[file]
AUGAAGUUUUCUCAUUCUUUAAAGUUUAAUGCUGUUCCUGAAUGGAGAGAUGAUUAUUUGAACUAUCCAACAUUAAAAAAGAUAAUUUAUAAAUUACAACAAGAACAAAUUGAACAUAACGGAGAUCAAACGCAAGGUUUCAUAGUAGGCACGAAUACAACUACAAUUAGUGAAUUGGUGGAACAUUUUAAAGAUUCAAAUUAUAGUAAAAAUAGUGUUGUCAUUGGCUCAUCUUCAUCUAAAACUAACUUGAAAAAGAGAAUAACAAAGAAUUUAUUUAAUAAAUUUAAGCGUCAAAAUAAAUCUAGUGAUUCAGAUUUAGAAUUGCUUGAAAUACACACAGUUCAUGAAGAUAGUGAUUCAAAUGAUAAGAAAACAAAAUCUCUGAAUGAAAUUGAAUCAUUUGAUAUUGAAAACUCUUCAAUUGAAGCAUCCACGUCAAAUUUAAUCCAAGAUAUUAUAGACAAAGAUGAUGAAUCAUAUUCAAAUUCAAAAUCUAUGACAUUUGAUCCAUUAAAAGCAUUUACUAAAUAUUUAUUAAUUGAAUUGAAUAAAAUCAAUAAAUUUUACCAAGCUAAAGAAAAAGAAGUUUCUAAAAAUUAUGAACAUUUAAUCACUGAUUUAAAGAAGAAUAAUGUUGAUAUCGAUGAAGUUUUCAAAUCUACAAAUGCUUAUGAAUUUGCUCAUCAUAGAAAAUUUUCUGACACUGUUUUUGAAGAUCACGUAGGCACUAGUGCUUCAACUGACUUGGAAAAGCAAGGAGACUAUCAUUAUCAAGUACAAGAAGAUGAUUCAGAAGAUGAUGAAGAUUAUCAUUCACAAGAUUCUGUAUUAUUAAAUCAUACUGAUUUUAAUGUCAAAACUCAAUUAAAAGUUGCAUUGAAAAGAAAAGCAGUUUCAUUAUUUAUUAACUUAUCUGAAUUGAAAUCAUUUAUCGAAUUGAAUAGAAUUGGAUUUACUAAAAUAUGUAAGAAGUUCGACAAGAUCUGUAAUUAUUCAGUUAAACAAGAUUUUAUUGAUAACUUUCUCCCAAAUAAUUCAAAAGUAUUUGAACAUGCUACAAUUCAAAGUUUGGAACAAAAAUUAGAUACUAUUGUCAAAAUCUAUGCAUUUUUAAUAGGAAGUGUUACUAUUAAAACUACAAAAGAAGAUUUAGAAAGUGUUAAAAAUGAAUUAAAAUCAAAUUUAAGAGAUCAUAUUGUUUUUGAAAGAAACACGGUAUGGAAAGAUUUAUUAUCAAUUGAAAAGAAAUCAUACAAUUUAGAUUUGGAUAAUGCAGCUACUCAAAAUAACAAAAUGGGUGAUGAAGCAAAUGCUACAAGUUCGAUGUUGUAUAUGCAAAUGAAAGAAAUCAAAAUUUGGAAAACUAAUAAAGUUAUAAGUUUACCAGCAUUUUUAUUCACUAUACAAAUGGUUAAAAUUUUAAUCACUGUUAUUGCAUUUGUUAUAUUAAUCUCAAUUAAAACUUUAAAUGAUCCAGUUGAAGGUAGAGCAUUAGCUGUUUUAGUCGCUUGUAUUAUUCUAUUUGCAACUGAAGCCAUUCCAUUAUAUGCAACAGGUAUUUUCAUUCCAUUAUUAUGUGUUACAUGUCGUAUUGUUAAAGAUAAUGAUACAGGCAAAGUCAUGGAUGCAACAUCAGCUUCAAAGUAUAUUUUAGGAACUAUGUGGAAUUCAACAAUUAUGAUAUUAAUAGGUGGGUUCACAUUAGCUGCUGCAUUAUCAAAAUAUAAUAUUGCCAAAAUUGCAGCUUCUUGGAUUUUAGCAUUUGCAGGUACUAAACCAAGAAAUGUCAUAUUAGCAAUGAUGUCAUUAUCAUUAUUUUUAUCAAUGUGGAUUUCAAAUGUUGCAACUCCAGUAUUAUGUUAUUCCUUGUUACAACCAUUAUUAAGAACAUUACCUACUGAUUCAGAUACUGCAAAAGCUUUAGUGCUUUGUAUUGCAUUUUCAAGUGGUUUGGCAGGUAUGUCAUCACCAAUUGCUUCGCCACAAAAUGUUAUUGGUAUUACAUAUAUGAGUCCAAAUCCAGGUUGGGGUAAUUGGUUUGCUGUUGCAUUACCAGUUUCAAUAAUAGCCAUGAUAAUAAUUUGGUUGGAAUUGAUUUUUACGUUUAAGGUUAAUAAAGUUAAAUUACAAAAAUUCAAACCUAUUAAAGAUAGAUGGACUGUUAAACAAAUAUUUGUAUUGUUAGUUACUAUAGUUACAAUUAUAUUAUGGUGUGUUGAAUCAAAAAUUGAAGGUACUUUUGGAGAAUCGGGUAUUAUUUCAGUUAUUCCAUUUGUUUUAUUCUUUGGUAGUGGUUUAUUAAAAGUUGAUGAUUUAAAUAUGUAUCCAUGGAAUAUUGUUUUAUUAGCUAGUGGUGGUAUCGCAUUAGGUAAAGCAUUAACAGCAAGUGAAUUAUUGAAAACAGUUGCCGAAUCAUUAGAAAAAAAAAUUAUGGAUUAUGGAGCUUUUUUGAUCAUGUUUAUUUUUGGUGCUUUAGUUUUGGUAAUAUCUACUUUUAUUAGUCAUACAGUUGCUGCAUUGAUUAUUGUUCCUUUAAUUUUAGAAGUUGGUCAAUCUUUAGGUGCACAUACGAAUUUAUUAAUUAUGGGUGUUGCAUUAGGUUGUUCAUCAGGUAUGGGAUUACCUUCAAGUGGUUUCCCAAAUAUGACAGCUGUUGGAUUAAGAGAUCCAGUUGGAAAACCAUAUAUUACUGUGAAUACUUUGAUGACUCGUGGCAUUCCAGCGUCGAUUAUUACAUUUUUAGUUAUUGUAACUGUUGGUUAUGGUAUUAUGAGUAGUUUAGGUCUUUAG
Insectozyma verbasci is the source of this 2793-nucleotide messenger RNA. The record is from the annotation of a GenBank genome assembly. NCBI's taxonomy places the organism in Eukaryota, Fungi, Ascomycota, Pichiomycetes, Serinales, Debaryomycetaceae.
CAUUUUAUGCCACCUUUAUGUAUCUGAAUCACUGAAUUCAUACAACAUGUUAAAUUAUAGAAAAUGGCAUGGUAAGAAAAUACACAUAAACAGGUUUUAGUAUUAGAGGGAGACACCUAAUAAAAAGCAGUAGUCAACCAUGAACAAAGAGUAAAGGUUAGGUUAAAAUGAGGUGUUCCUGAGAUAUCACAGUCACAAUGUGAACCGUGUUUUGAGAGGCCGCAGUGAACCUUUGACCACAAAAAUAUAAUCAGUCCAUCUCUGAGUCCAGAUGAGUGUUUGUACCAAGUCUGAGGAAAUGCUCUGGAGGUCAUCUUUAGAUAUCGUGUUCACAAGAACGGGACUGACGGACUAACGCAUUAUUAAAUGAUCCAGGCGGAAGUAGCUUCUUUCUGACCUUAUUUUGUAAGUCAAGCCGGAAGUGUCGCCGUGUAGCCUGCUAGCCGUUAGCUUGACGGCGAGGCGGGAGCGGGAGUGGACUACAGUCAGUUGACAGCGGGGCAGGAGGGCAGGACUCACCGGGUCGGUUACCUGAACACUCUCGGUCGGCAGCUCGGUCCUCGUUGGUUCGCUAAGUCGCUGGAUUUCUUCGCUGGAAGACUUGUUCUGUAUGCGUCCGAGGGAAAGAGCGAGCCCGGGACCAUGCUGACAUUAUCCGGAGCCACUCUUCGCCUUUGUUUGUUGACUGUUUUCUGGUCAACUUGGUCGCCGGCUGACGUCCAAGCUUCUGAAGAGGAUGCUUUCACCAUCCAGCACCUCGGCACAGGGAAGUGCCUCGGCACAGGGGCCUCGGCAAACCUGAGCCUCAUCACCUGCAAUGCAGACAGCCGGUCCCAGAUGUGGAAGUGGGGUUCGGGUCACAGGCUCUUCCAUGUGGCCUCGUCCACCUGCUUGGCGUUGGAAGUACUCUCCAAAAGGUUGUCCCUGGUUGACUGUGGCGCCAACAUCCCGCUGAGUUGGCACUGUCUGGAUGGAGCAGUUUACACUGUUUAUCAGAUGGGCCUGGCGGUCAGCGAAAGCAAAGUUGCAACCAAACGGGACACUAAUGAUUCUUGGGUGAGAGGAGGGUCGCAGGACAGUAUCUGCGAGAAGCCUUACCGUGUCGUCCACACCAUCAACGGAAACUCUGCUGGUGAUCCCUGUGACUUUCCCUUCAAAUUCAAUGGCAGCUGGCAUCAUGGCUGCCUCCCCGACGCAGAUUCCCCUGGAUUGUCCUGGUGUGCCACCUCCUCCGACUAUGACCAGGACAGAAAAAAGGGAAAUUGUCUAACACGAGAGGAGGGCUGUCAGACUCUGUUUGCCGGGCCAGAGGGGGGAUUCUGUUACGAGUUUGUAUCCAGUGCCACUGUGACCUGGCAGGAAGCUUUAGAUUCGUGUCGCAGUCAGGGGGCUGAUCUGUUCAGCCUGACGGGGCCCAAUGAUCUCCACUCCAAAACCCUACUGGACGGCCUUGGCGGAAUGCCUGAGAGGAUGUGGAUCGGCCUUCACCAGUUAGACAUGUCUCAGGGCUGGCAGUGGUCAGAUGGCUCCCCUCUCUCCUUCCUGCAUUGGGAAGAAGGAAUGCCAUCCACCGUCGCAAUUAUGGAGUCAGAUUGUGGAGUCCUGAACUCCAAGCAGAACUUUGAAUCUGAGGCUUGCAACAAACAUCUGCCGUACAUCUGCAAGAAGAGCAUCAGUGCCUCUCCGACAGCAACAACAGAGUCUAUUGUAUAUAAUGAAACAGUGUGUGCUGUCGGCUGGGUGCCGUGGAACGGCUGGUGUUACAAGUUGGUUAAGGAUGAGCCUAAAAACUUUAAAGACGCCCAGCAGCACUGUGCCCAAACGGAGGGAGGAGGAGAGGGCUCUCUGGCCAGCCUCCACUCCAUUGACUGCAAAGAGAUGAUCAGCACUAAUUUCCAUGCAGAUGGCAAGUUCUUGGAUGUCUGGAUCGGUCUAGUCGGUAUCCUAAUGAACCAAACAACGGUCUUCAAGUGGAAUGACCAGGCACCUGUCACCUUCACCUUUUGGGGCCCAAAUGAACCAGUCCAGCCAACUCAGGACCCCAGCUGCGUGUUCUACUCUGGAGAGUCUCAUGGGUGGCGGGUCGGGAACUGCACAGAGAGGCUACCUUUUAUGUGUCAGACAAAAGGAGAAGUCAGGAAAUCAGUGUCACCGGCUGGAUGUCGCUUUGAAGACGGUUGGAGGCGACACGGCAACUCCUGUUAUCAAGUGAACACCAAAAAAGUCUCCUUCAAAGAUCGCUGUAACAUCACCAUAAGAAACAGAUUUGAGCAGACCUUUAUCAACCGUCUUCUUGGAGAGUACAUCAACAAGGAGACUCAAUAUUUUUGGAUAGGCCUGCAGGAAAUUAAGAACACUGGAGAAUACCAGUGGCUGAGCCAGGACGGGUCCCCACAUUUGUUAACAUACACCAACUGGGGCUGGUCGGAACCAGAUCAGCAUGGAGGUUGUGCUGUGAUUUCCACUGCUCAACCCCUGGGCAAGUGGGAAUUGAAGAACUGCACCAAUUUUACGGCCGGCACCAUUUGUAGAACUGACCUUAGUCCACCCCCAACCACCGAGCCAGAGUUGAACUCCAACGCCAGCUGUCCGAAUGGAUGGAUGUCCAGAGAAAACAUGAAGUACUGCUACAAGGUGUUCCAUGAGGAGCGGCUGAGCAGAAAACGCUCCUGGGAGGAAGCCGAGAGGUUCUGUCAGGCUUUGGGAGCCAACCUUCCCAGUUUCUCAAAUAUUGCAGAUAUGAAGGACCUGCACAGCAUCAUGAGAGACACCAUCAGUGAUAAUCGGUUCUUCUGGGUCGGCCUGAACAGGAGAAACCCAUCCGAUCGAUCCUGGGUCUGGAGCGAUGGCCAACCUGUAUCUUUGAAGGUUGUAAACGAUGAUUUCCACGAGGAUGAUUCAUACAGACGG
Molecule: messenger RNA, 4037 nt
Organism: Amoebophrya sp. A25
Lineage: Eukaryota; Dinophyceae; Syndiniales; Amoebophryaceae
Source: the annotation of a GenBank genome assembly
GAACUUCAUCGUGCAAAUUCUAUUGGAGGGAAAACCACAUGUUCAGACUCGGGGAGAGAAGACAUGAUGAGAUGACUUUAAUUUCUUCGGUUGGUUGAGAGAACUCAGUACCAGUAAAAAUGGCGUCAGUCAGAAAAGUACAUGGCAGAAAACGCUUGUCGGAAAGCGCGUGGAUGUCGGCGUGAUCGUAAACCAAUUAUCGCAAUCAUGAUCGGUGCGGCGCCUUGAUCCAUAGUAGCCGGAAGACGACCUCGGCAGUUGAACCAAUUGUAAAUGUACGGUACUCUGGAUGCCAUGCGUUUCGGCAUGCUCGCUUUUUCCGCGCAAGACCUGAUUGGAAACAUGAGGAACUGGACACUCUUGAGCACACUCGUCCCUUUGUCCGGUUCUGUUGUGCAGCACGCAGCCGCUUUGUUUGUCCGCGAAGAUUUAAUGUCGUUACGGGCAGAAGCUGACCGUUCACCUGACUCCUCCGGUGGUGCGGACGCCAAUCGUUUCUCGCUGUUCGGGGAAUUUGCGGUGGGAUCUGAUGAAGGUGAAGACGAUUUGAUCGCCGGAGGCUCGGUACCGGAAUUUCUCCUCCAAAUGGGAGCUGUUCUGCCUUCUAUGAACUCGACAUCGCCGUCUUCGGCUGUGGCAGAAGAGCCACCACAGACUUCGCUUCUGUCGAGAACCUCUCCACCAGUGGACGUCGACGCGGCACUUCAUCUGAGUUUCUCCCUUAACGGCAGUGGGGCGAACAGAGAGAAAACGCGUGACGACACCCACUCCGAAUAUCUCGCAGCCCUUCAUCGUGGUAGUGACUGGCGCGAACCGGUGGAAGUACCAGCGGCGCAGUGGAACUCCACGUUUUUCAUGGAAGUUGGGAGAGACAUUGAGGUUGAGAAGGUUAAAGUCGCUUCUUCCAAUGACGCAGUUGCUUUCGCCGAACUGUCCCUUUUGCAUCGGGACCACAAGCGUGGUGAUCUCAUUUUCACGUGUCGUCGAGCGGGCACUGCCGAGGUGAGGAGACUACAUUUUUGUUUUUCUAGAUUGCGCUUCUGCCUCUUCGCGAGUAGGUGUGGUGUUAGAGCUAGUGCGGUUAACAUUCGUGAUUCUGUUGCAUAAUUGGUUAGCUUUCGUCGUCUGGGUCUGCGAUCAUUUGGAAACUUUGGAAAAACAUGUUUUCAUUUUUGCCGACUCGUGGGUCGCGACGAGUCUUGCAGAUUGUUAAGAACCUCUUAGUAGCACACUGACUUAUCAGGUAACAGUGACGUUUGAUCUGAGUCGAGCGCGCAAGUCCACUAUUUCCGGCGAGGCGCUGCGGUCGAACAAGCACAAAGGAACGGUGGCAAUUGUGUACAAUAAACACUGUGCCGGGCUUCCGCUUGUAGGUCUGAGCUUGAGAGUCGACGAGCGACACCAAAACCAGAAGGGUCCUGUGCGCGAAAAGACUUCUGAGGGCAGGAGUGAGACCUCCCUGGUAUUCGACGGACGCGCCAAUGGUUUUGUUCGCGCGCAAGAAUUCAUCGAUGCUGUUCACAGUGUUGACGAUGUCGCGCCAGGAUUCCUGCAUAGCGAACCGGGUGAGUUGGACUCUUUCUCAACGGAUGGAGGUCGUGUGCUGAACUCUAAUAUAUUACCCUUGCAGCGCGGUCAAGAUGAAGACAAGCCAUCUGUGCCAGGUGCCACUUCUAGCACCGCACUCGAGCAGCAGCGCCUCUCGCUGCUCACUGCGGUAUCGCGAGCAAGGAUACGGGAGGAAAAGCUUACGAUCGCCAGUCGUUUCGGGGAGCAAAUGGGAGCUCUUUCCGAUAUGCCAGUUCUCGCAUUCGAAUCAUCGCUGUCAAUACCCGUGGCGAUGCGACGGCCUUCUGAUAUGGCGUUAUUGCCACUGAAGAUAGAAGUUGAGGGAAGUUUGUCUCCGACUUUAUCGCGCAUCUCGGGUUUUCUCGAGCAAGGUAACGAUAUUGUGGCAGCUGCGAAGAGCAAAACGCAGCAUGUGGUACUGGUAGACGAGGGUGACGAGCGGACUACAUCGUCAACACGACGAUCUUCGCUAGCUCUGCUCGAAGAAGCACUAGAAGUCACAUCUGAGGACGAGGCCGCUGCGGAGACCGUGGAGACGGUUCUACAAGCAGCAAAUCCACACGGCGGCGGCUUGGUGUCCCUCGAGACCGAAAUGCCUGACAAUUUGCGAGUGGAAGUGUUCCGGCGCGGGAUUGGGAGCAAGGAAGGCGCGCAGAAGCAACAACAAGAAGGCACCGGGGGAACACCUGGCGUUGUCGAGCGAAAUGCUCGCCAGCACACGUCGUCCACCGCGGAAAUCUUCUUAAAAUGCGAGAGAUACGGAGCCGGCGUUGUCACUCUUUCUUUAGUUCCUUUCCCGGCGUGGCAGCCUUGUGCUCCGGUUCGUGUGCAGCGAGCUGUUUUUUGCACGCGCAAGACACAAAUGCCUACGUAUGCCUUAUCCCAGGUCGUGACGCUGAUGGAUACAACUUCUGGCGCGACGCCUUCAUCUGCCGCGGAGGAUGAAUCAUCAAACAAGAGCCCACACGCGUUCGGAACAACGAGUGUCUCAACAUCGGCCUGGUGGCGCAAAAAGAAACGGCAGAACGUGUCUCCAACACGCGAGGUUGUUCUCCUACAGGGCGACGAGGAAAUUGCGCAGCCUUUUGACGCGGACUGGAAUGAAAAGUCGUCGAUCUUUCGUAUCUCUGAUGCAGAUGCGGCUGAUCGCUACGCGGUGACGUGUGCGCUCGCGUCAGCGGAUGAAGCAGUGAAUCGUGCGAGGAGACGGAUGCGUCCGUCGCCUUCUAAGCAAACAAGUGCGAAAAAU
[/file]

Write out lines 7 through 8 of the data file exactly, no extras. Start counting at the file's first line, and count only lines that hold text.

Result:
Source: the annotation of a GenBank genome assembly
GAACUUCAUCGUGCAAAUUCUAUUGGAGGGAAAACCACAUGUUCAGACUCGGGGAGAGAAGACAUGAUGAGAUGACUUUAAUUUCUUCGGUUGGUUGAGAGAACUCAGUACCAGUAAAAAUGGCGUCAGUCAGAAAAGUACAUGGCAGAAAACGCUUGUCGGAAAGCGCGUGGAUGUCGGCGUGAUCGUAAACCAAUUAUCGCAAUCAUGAUCGGUGCGGCGCCUUGAUCCAUAGUAGCCGGAAGACGACCUCGGCAGUUGAACCAAUUGUAAAUGUACGGUACUCUGGAUGCCAUGCGUUUCGGCAUGCUCGCUUUUUCCGCGCAAGACCUGAUUGGAAACAUGAGGAACUGGACACUCUUGAGCACACUCGUCCCUUUGUCCGGUUCUGUUGUGCAGCACGCAGCCGCUUUGUUUGUCCGCGAAGAUUUAAUGUCGUUACGGGCAGAAGCUGACCGUUCACCUGACUCCUCCGGUGGUGCGGACGCCAAUCGUUUCUCGCUGUUCGGGGAAUUUGCGGUGGGAUCUGAUGAAGGUGAAGACGAUUUGAUCGCCGGAGGCUCGGUACCGGAAUUUCUCCUCCAAAUGGGAGCUGUUCUGCCUUCUAUGAACUCGACAUCGCCGUCUUCGGCUGUGGCAGAAGAGCCACCACAGACUUCGCUUCUGUCGAGAACCUCUCCACCAGUGGACGUCGACGCGGCACUUCAUCUGAGUUUCUCCCUUAACGGCAGUGGGGCGAACAGAGAGAAAACGCGUGACGACACCCACUCCGAAUAUCUCGCAGCCCUUCAUCGUGGUAGUGACUGGCGCGAACCGGUGGAAGUACCAGCGGCGCAGUGGAACUCCACGUUUUUCAUGGAAGUUGGGAGAGACAUUGAGGUUGAGAAGGUUAAAGUCGCUUCUUCCAAUGACGCAGUUGCUUUCGCCGAACUGUCCCUUUUGCAUCGGGACCACAAGCGUGGUGAUCUCAUUUUCACGUGUCGUCGAGCGGGCACUGCCGAGGUGAGGAGACUACAUUUUUGUUUUUCUAGAUUGCGCUUCUGCCUCUUCGCGAGUAGGUGUGGUGUUAGAGCUAGUGCGGUUAACAUUCGUGAUUCUGUUGCAUAAUUGGUUAGCUUUCGUCGUCUGGGUCUGCGAUCAUUUGGAAACUUUGGAAAAACAUGUUUUCAUUUUUGCCGACUCGUGGGUCGCGACGAGUCUUGCAGAUUGUUAAGAACCUCUUAGUAGCACACUGACUUAUCAGGUAACAGUGACGUUUGAUCUGAGUCGAGCGCGCAAGUCCACUAUUUCCGGCGAGGCGCUGCGGUCGAACAAGCACAAAGGAACGGUGGCAAUUGUGUACAAUAAACACUGUGCCGGGCUUCCGCUUGUAGGUCUGAGCUUGAGAGUCGACGAGCGACACCAAAACCAGAAGGGUCCUGUGCGCGAAAAGACUUCUGAGGGCAGGAGUGAGACCUCCCUGGUAUUCGACGGACGCGCCAAUGGUUUUGUUCGCGCGCAAGAAUUCAUCGAUGCUGUUCACAGUGUUGACGAUGUCGCGCCAGGAUUCCUGCAUAGCGAACCGGGUGAGUUGGACUCUUUCUCAACGGAUGGAGGUCGUGUGCUGAACUCUAAUAUAUUACCCUUGCAGCGCGGUCAAGAUGAAGACAAGCCAUCUGUGCCAGGUGCCACUUCUAGCACCGCACUCGAGCAGCAGCGCCUCUCGCUGCUCACUGCGGUAUCGCGAGCAAGGAUACGGGAGGAAAAGCUUACGAUCGCCAGUCGUUUCGGGGAGCAAAUGGGAGCUCUUUCCGAUAUGCCAGUUCUCGCAUUCGAAUCAUCGCUGUCAAUACCCGUGGCGAUGCGACGGCCUUCUGAUAUGGCGUUAUUGCCACUGAAGAUAGAAGUUGAGGGAAGUUUGUCUCCGACUUUAUCGCGCAUCUCGGGUUUUCUCGAGCAAGGUAACGAUAUUGUGGCAGCUGCGAAGAGCAAAACGCAGCAUGUGGUACUGGUAGACGAGGGUGACGAGCGGACUACAUCGUCAACACGACGAUCUUCGCUAGCUCUGCUCGAAGAAGCACUAGAAGUCACAUCUGAGGACGAGGCCGCUGCGGAGACCGUGGAGACGGUUCUACAAGCAGCAAAUCCACACGGCGGCGGCUUGGUGUCCCUCGAGACCGAAAUGCCUGACAAUUUGCGAGUGGAAGUGUUCCGGCGCGGGAUUGGGAGCAAGGAAGGCGCGCAGAAGCAACAACAAGAAGGCACCGGGGGAACACCUGGCGUUGUCGAGCGAAAUGCUCGCCAGCACACGUCGUCCACCGCGGAAAUCUUCUUAAAAUGCGAGAGAUACGGAGCCGGCGUUGUCACUCUUUCUUUAGUUCCUUUCCCGGCGUGGCAGCCUUGUGCUCCGGUUCGUGUGCAGCGAGCUGUUUUUUGCACGCGCAAGACACAAAUGCCUACGUAUGCCUUAUCCCAGGUCGUGACGCUGAUGGAUACAACUUCUGGCGCGACGCCUUCAUCUGCCGCGGAGGAUGAAUCAUCAAACAAGAGCCCACACGCGUUCGGAACAACGAGUGUCUCAACAUCGGCCUGGUGGCGCAAAAAGAAACGGCAGAACGUGUCUCCAACACGCGAGGUUGUUCUCCUACAGGGCGACGAGGAAAUUGCGCAGCCUUUUGACGCGGACUGGAAUGAAAAGUCGUCGAUCUUUCGUAUCUCUGAUGCAGAUGCGGCUGAUCGCUACGCGGUGACGUGUGCGCUCGCGUCAGCGGAUGAAGCAGUGAAUCGUGCGAGGAGACGGAUGCGUCCGUCGCCUUCUAAGCAAACAAGUGCGAAAAAU